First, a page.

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According to RocketNews24.com, Nobuo Okano, a Tokyo-based craftsman, has the ability to “make even the most decrepit book look like you just pulled it off the shelf at the bookstore.” BoredPanda.com reports that he has “spent 30 years perfecting the art of restoring old books.” The video embedded above showcases Okano working on an old Japanese-English dictionary with his iron—what do you think?
I have come to believe that the books that influence us most are the ones we read at the impressionable ages of eight to twelve, the time when readers are most open to imagination and possibilities. It’s the time, too, when our worldview is being formed, not only by experience but also by our readings. Who you become as a reader deeply affects who you become as a person and, for some, as a writer. My first introduction to literary magic was through the work of Edward Eager, which I was lucky enough to find when my life was falling apart in the real world as my parents divorced. I stumbled upon Half Magic stored on a dusty shelf at the Malverne Public Library one summer day when I still had all the time in the world. Was I looking for a way out of the sorrow that surrounded me? Absolutely. But I was looking for more. I was looking for instructions on how to live one’s life, something that was especially unclear to me at the time. Back then, no one recommended books to a child-reader, at least not to me, and finding a book that spoke to you all on your own, turning those first few pages and entering into another world, was pure magic.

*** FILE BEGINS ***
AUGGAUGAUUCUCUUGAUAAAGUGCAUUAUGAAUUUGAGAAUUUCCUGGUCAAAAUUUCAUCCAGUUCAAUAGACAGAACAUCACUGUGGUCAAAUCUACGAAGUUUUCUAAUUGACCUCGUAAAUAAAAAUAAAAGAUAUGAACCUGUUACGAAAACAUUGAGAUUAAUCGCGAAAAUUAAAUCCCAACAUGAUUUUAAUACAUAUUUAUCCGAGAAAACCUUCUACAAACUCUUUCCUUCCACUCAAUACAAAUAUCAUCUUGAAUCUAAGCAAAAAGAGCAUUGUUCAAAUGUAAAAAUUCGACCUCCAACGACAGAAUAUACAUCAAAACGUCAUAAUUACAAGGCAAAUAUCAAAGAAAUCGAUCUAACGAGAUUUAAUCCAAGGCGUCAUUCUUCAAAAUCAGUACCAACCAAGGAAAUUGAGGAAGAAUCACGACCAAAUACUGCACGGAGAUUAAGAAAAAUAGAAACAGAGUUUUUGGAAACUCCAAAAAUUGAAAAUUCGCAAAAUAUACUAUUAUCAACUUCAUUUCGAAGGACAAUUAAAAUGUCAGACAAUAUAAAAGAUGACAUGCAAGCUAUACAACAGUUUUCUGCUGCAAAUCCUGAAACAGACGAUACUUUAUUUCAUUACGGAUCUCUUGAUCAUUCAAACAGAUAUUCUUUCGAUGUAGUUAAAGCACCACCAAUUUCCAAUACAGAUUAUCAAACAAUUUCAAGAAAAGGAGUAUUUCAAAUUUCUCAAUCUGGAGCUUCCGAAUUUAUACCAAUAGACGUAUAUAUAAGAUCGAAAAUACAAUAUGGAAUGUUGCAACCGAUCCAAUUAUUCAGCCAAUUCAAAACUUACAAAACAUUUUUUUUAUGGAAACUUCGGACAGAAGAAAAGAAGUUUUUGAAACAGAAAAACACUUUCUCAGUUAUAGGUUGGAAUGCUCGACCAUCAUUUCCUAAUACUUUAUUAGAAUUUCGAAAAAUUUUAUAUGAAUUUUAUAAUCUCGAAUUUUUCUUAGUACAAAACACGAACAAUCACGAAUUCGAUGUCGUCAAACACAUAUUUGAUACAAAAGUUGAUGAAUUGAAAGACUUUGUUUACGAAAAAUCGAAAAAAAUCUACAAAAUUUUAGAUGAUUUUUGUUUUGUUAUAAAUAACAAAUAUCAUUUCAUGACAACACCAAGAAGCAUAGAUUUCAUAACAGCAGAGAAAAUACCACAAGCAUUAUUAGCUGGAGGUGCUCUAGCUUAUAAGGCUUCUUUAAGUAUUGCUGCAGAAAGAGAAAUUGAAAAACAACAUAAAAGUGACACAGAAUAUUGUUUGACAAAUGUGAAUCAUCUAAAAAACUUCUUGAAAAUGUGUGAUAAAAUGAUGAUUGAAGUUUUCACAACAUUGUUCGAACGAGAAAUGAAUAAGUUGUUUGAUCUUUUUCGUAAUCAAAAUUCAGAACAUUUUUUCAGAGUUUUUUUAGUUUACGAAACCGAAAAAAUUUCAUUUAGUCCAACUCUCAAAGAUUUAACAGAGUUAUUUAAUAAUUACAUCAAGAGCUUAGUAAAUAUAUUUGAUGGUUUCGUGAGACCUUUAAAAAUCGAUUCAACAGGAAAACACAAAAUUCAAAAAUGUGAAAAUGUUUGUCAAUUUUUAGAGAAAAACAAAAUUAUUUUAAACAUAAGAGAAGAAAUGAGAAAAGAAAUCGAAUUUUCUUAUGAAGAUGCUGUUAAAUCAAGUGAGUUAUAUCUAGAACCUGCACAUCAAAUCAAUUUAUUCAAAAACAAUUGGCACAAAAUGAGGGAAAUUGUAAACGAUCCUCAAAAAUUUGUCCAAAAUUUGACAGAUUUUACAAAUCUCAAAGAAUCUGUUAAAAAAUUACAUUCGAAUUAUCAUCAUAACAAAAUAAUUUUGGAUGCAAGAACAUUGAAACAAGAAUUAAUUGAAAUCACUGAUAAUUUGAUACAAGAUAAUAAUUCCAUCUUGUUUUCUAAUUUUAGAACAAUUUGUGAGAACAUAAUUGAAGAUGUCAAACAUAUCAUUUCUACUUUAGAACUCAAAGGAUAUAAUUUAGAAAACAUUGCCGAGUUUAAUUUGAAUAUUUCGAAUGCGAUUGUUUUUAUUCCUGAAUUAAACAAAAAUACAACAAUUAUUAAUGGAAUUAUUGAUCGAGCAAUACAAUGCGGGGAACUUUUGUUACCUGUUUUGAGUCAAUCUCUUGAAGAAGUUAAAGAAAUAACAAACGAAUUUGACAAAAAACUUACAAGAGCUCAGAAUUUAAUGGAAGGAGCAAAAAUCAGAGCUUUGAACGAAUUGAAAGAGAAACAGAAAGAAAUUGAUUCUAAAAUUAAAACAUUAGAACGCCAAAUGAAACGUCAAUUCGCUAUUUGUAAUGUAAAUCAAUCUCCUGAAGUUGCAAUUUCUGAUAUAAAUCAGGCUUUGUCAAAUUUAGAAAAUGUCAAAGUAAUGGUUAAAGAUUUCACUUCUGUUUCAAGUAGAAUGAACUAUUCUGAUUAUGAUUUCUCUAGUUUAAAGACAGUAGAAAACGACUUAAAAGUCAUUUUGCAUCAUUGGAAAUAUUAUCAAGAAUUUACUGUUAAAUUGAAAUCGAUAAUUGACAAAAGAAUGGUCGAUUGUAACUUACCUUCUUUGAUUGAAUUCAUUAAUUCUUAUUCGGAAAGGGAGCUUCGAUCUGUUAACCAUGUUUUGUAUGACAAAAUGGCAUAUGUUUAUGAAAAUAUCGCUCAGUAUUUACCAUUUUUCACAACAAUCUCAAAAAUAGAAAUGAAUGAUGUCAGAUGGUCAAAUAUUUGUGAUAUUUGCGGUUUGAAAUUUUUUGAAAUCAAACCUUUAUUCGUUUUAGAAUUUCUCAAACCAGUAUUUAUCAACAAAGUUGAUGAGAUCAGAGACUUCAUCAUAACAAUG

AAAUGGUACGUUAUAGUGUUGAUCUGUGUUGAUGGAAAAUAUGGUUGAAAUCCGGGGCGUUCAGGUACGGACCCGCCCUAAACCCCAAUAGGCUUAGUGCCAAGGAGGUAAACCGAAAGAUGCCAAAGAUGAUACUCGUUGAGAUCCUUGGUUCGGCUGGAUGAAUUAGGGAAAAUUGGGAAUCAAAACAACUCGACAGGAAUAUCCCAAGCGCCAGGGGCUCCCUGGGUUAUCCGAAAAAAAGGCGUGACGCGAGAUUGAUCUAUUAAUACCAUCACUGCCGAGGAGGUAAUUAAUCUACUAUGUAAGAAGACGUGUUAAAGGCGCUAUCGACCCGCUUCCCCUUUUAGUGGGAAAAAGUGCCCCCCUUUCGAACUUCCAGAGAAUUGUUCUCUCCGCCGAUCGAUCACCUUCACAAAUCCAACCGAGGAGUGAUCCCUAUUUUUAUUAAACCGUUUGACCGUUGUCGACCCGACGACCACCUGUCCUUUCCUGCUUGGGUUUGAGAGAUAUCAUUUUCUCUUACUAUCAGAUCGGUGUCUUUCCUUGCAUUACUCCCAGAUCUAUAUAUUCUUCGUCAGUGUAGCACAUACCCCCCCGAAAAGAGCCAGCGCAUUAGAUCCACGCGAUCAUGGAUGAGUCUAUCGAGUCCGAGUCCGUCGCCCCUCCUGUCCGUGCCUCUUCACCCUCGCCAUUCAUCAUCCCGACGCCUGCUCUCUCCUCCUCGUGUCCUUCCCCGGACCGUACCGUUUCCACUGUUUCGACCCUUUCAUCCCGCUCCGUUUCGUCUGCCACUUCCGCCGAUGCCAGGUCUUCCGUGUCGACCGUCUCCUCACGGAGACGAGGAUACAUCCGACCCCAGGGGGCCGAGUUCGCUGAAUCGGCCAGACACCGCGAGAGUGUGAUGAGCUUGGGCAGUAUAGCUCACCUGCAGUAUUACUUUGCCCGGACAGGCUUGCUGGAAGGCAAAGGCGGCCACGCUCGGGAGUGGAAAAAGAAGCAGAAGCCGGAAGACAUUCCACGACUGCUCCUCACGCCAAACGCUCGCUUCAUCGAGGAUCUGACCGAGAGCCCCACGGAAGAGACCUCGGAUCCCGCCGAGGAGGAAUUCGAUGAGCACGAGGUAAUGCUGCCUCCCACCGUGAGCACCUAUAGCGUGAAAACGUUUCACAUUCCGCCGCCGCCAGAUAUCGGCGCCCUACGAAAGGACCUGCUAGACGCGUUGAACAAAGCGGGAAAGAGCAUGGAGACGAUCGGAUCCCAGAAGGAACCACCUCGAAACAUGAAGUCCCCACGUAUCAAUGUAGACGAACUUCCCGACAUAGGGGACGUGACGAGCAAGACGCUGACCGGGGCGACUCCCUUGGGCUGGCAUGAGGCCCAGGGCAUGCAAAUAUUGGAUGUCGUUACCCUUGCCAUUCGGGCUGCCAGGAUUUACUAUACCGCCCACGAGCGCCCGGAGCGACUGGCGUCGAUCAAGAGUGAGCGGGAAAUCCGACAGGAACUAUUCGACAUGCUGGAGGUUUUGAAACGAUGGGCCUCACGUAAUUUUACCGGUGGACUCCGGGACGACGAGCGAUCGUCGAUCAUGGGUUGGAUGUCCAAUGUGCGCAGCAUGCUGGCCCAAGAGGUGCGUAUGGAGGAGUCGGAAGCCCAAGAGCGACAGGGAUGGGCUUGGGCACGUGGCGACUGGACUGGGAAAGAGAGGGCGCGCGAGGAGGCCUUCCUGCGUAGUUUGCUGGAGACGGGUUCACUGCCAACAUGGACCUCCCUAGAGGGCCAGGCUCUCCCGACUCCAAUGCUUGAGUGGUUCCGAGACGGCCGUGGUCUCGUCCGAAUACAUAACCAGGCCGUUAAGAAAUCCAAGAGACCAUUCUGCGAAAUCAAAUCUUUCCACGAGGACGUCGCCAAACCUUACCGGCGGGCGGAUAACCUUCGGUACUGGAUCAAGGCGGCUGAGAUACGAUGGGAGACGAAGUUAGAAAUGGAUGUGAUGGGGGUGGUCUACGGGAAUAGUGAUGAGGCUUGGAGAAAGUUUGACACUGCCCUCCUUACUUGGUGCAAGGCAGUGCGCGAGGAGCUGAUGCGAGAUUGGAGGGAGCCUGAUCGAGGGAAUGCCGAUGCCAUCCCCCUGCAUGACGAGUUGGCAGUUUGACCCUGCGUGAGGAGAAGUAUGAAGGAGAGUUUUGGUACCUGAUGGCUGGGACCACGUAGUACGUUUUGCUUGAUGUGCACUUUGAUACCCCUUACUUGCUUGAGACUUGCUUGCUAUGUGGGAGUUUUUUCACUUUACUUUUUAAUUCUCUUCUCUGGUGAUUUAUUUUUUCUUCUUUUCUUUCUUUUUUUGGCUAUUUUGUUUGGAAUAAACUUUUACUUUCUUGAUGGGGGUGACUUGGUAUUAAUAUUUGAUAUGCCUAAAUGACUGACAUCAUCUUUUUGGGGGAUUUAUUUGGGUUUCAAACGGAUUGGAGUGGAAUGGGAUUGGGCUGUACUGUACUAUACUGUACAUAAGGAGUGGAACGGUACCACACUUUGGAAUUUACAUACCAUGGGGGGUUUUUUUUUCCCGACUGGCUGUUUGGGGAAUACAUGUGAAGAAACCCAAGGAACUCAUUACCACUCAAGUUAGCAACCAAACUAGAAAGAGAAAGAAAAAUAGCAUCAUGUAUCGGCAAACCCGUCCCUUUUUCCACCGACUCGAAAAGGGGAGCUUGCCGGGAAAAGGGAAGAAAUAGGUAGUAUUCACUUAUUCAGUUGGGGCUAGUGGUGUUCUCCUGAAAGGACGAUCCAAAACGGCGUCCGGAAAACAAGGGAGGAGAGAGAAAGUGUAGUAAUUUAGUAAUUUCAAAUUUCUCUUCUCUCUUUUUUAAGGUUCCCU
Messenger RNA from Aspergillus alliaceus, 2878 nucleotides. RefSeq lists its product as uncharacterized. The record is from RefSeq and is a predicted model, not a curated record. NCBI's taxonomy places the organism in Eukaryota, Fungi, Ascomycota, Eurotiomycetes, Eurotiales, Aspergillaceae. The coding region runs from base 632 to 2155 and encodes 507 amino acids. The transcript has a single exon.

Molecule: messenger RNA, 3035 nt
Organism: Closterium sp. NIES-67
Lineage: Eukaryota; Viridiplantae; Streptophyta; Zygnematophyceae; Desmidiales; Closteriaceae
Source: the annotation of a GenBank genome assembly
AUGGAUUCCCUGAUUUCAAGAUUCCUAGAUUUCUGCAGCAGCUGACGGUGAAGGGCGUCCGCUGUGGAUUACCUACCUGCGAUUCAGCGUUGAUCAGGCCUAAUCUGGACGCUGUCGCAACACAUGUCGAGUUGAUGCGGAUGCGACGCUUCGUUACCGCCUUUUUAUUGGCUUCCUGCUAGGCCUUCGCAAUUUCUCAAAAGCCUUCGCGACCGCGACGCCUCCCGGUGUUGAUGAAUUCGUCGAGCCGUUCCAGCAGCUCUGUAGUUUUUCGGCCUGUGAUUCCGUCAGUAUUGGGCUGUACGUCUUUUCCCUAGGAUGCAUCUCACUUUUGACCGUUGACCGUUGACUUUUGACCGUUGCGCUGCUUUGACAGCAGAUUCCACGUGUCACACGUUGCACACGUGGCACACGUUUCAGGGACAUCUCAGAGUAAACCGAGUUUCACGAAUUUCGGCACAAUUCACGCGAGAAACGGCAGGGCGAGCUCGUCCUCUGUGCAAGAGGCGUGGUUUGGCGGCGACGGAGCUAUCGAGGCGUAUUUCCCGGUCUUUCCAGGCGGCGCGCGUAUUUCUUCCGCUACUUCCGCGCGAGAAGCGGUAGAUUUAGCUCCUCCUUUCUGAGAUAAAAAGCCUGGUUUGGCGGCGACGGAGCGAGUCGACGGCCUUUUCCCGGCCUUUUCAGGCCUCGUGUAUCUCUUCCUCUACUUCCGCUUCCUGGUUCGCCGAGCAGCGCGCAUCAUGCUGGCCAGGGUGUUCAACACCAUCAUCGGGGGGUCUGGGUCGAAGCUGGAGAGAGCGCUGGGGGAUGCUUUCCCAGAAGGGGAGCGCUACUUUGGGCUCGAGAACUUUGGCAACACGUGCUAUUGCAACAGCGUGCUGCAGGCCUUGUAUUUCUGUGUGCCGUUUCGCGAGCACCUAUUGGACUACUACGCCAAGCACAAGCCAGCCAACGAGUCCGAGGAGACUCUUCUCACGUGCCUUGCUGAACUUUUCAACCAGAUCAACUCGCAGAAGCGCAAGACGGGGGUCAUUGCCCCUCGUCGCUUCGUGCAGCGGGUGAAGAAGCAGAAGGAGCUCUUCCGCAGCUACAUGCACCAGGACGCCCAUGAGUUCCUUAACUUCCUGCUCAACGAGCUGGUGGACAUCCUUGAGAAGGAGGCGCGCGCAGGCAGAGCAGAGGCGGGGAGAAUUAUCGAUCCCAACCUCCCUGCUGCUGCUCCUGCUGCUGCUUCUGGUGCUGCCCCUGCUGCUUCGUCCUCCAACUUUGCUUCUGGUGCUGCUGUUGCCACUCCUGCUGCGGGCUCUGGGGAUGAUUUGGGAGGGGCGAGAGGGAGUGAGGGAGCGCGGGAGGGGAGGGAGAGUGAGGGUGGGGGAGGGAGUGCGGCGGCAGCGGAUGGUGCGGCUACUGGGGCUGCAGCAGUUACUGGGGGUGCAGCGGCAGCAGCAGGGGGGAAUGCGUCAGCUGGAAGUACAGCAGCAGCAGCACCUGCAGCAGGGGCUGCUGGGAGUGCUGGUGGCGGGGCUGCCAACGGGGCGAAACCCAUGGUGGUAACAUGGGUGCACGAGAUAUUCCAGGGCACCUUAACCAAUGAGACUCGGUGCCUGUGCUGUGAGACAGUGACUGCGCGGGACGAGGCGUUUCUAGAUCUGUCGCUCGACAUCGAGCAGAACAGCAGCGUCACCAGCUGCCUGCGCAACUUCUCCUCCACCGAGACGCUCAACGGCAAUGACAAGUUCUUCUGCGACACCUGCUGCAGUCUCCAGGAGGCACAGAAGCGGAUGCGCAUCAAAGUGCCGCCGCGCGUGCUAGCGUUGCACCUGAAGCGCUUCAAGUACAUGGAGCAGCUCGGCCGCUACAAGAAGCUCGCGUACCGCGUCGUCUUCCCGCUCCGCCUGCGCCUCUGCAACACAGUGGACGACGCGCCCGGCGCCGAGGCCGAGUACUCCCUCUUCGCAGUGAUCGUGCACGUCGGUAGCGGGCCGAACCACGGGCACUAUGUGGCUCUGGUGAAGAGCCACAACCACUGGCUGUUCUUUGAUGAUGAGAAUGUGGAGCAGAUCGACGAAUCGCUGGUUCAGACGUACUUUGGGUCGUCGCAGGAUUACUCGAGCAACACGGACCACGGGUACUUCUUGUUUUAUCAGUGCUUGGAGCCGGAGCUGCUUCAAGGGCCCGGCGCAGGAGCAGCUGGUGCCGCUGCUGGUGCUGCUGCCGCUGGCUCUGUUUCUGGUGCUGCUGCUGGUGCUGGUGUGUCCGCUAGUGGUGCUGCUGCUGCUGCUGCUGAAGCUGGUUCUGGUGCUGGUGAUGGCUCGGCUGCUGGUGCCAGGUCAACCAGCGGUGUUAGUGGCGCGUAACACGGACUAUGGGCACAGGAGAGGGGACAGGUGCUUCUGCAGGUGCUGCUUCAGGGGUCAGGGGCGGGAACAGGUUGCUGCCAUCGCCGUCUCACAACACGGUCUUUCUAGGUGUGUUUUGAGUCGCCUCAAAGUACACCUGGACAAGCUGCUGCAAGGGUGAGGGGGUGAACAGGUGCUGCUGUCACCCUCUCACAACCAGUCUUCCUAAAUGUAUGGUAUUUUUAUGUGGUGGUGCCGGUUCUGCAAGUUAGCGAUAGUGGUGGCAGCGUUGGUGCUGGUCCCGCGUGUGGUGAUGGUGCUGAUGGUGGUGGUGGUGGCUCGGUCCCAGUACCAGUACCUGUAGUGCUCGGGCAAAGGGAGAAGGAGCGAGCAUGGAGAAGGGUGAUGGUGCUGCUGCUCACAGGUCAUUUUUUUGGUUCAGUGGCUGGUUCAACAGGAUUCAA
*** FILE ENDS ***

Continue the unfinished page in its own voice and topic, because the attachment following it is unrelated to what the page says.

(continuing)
Eager, who was a lyricist and dramatist, is a dry, witty, adult sort of writer who fell into children’s books accidentally (isn’t that how all good magic stories begin?) when he discovered E. Nesbit’s work while searching for books to share with his son, Fritz. His droll, self-effacing essay “Daily Magic,” published in The Horn Book Magazine in October 1958, celebrated both E. Nesbit and Eager’s own delight in finding magic. He wrote for children through his own adult sensibility in the time of real-life Mad Men, cocktails and trains home to Connecticut, but he was an adult who remembered what children loved most. At the same time, he never spoke down to his readers, something I very much appreciated and had previously found only in fairy tales. Eager predicted the flowering of magical realism, suggesting that the core of a good magic book was the dailiness of its magic: “So that after you finish reading…you feel it could happen to you, any day now, round any corner.” It’s the very ordinariness of both setting and characters that makes the magic all the more believable. It’s a lesson learned from fairy tales, wherein an ordinary girl can sleep for a hundred years and a perfectly normal brother and sister discover a witch’s house in the woods and beat her at her own game. The best magic, after all, is always woven into the facts of our everyday lives.